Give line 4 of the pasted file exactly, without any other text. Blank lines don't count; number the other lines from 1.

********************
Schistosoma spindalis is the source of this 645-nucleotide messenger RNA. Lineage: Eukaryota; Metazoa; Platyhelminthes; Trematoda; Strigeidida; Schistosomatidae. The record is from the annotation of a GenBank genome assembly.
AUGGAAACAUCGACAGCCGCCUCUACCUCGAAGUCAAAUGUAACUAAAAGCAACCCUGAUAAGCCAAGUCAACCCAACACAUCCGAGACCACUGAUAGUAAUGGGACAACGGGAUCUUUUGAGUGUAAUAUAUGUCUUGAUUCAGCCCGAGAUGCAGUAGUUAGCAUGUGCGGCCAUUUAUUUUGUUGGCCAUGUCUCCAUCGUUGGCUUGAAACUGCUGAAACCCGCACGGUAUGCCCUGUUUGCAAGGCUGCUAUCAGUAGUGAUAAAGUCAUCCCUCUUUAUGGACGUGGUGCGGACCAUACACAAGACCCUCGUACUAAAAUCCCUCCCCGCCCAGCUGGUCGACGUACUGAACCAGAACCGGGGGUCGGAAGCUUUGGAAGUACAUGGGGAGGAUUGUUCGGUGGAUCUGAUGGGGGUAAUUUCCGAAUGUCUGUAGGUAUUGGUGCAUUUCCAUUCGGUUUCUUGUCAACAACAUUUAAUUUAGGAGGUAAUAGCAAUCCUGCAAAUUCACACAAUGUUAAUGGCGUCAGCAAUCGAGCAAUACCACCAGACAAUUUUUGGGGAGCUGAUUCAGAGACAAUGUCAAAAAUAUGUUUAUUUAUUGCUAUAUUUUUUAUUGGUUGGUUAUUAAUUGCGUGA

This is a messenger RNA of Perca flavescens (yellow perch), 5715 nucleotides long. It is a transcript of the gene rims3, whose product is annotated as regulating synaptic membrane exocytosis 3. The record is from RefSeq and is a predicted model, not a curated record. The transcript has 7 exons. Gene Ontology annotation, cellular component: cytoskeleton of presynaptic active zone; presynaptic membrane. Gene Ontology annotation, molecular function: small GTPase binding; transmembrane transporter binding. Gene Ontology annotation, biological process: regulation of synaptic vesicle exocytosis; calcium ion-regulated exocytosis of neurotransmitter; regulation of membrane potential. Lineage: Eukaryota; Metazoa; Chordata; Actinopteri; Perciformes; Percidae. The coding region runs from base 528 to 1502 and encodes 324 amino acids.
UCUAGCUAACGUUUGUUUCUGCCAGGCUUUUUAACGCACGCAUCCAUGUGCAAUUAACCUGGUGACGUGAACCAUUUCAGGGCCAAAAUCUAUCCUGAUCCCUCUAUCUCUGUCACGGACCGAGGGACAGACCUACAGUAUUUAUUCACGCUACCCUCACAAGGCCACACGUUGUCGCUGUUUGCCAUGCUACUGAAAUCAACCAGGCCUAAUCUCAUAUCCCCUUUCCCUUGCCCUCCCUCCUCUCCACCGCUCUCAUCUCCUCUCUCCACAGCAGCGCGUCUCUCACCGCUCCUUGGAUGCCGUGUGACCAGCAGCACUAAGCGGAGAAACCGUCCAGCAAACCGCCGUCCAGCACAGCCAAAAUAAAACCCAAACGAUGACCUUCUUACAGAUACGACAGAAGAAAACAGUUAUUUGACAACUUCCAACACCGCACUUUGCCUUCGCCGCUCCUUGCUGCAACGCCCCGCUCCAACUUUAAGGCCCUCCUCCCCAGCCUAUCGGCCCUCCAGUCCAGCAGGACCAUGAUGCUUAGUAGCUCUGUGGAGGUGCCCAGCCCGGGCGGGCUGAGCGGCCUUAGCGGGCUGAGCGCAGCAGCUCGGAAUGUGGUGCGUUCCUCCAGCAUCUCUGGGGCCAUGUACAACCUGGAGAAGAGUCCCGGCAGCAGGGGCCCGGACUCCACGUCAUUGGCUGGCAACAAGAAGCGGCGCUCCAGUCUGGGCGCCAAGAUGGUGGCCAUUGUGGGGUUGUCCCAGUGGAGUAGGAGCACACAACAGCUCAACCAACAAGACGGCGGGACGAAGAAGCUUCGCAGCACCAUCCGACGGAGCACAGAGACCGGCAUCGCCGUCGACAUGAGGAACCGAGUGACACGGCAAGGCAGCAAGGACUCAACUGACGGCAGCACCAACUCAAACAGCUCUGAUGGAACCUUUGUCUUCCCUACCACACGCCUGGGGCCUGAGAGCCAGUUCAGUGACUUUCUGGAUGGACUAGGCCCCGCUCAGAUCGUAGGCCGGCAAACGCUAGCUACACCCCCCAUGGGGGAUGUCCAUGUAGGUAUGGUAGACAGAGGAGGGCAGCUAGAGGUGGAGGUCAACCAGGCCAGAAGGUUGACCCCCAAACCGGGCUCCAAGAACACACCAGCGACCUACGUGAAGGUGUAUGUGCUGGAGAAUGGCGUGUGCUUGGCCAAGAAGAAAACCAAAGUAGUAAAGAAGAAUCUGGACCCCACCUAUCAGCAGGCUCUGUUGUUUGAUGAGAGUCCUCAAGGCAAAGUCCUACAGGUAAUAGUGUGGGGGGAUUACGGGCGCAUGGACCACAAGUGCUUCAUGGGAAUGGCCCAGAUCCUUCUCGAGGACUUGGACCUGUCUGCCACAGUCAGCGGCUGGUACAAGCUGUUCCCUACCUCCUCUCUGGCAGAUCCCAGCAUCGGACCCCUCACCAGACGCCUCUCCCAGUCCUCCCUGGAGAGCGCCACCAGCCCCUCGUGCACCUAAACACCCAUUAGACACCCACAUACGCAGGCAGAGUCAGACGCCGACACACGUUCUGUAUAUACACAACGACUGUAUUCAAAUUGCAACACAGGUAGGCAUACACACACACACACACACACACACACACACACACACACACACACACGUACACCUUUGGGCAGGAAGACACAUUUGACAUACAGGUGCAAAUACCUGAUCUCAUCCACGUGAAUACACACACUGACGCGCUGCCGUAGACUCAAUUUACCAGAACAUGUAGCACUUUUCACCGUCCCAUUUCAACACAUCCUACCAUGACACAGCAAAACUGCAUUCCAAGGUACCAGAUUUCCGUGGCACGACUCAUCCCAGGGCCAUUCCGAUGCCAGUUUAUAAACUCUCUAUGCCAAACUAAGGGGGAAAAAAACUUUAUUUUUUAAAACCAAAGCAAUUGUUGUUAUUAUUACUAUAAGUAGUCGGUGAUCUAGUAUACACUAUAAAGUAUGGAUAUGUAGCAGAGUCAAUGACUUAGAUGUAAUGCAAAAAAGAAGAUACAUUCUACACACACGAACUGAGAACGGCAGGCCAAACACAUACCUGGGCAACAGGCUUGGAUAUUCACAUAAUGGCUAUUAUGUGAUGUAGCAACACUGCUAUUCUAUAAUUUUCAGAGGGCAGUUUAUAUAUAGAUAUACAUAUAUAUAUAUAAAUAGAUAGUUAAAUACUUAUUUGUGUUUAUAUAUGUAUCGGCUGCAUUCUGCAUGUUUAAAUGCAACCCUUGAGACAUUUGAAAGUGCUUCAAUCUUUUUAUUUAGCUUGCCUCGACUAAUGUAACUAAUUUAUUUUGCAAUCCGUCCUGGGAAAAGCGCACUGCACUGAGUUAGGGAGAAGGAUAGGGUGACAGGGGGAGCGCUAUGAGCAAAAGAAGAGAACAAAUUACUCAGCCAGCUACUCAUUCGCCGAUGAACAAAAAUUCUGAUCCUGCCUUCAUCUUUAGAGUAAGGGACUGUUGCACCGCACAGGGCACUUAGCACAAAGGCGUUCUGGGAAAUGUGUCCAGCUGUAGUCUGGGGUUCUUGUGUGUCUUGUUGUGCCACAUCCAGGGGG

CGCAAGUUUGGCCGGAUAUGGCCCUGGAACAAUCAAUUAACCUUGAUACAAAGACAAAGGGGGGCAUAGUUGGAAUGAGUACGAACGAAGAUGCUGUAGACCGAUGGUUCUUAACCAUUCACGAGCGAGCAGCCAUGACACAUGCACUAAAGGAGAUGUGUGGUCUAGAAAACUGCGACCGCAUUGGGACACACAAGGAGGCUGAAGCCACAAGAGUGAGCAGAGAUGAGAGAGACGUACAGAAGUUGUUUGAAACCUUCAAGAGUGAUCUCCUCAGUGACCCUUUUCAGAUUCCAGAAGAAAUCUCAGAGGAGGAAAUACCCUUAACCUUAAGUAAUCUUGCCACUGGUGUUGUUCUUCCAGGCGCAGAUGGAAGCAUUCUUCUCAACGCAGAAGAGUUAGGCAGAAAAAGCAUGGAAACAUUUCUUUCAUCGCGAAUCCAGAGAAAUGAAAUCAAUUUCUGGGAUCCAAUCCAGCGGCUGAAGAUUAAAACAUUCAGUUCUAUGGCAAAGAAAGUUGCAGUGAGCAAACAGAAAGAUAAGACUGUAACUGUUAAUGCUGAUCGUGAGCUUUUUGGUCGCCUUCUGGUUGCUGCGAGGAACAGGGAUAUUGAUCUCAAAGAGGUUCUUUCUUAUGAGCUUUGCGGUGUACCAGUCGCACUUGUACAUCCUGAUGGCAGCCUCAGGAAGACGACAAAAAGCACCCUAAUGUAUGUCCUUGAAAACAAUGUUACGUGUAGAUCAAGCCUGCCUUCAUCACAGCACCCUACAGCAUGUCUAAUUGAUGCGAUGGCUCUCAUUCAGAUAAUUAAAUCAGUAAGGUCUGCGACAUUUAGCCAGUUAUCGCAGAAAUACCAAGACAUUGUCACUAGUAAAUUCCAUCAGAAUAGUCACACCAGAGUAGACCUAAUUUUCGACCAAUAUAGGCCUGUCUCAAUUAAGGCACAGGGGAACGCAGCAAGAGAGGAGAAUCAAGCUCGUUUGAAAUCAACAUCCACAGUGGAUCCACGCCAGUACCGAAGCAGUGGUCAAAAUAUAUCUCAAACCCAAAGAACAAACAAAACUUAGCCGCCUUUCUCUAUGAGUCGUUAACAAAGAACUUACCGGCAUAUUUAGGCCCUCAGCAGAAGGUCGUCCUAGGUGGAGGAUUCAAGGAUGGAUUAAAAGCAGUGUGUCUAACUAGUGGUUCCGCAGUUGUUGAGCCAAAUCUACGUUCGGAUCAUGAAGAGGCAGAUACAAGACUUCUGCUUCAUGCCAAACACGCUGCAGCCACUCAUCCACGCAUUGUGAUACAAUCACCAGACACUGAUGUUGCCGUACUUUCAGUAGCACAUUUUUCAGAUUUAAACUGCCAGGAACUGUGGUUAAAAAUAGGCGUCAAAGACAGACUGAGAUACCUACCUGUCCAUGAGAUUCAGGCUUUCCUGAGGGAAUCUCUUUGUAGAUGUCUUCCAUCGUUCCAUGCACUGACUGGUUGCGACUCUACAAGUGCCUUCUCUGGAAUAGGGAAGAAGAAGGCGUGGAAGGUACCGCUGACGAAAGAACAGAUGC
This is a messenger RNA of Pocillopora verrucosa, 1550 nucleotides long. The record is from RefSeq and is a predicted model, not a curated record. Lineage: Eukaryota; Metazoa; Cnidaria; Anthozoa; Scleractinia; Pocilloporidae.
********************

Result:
UCUAGCUAACGUUUGUUUCUGCCAGGCUUUUUAACGCACGCAUCCAUGUGCAAUUAACCUGGUGACGUGAACCAUUUCAGGGCCAAAAUCUAUCCUGAUCCCUCUAUCUCUGUCACGGACCGAGGGACAGACCUACAGUAUUUAUUCACGCUACCCUCACAAGGCCACACGUUGUCGCUGUUUGCCAUGCUACUGAAAUCAACCAGGCCUAAUCUCAUAUCCCCUUUCCCUUGCCCUCCCUCCUCUCCACCGCUCUCAUCUCCUCUCUCCACAGCAGCGCGUCUCUCACCGCUCCUUGGAUGCCGUGUGACCAGCAGCACUAAGCGGAGAAACCGUCCAGCAAACCGCCGUCCAGCACAGCCAAAAUAAAACCCAAACGAUGACCUUCUUACAGAUACGACAGAAGAAAACAGUUAUUUGACAACUUCCAACACCGCACUUUGCCUUCGCCGCUCCUUGCUGCAACGCCCCGCUCCAACUUUAAGGCCCUCCUCCCCAGCCUAUCGGCCCUCCAGUCCAGCAGGACCAUGAUGCUUAGUAGCUCUGUGGAGGUGCCCAGCCCGGGCGGGCUGAGCGGCCUUAGCGGGCUGAGCGCAGCAGCUCGGAAUGUGGUGCGUUCCUCCAGCAUCUCUGGGGCCAUGUACAACCUGGAGAAGAGUCCCGGCAGCAGGGGCCCGGACUCCACGUCAUUGGCUGGCAACAAGAAGCGGCGCUCCAGUCUGGGCGCCAAGAUGGUGGCCAUUGUGGGGUUGUCCCAGUGGAGUAGGAGCACACAACAGCUCAACCAACAAGACGGCGGGACGAAGAAGCUUCGCAGCACCAUCCGACGGAGCACAGAGACCGGCAUCGCCGUCGACAUGAGGAACCGAGUGACACGGCAAGGCAGCAAGGACUCAACUGACGGCAGCACCAACUCAAACAGCUCUGAUGGAACCUUUGUCUUCCCUACCACACGCCUGGGGCCUGAGAGCCAGUUCAGUGACUUUCUGGAUGGACUAGGCCCCGCUCAGAUCGUAGGCCGGCAAACGCUAGCUACACCCCCCAUGGGGGAUGUCCAUGUAGGUAUGGUAGACAGAGGAGGGCAGCUAGAGGUGGAGGUCAACCAGGCCAGAAGGUUGACCCCCAAACCGGGCUCCAAGAACACACCAGCGACCUACGUGAAGGUGUAUGUGCUGGAGAAUGGCGUGUGCUUGGCCAAGAAGAAAACCAAAGUAGUAAAGAAGAAUCUGGACCCCACCUAUCAGCAGGCUCUGUUGUUUGAUGAGAGUCCUCAAGGCAAAGUCCUACAGGUAAUAGUGUGGGGGGAUUACGGGCGCAUGGACCACAAGUGCUUCAUGGGAAUGGCCCAGAUCCUUCUCGAGGACUUGGACCUGUCUGCCACAGUCAGCGGCUGGUACAAGCUGUUCCCUACCUCCUCUCUGGCAGAUCCCAGCAUCGGACCCCUCACCAGACGCCUCUCCCAGUCCUCCCUGGAGAGCGCCACCAGCCCCUCGUGCACCUAAACACCCAUUAGACACCCACAUACGCAGGCAGAGUCAGACGCCGACACACGUUCUGUAUAUACACAACGACUGUAUUCAAAUUGCAACACAGGUAGGCAUACACACACACACACACACACACACACACACACACACACACACACACGUACACCUUUGGGCAGGAAGACACAUUUGACAUACAGGUGCAAAUACCUGAUCUCAUCCACGUGAAUACACACACUGACGCGCUGCCGUAGACUCAAUUUACCAGAACAUGUAGCACUUUUCACCGUCCCAUUUCAACACAUCCUACCAUGACACAGCAAAACUGCAUUCCAAGGUACCAGAUUUCCGUGGCACGACUCAUCCCAGGGCCAUUCCGAUGCCAGUUUAUAAACUCUCUAUGCCAAACUAAGGGGGAAAAAAACUUUAUUUUUUAAAACCAAAGCAAUUGUUGUUAUUAUUACUAUAAGUAGUCGGUGAUCUAGUAUACACUAUAAAGUAUGGAUAUGUAGCAGAGUCAAUGACUUAGAUGUAAUGCAAAAAAGAAGAUACAUUCUACACACACGAACUGAGAACGGCAGGCCAAACACAUACCUGGGCAACAGGCUUGGAUAUUCACAUAAUGGCUAUUAUGUGAUGUAGCAACACUGCUAUUCUAUAAUUUUCAGAGGGCAGUUUAUAUAUAGAUAUACAUAUAUAUAUAUAAAUAGAUAGUUAAAUACUUAUUUGUGUUUAUAUAUGUAUCGGCUGCAUUCUGCAUGUUUAAAUGCAACCCUUGAGACAUUUGAAAGUGCUUCAAUCUUUUUAUUUAGCUUGCCUCGACUAAUGUAACUAAUUUAUUUUGCAAUCCGUCCUGGGAAAAGCGCACUGCACUGAGUUAGGGAGAAGGAUAGGGUGACAGGGGGAGCGCUAUGAGCAAAAGAAGAGAACAAAUUACUCAGCCAGCUACUCAUUCGCCGAUGAACAAAAAUUCUGAUCCUGCCUUCAUCUUUAGAGUAAGGGACUGUUGCACCGCACAGGGCACUUAGCACAAAGGCGUUCUGGGAAAUGUGUCCAGCUGUAGUCUGGGGUUCUUGUGUGUCUUGUUGUGCCACAUCCAGGGGG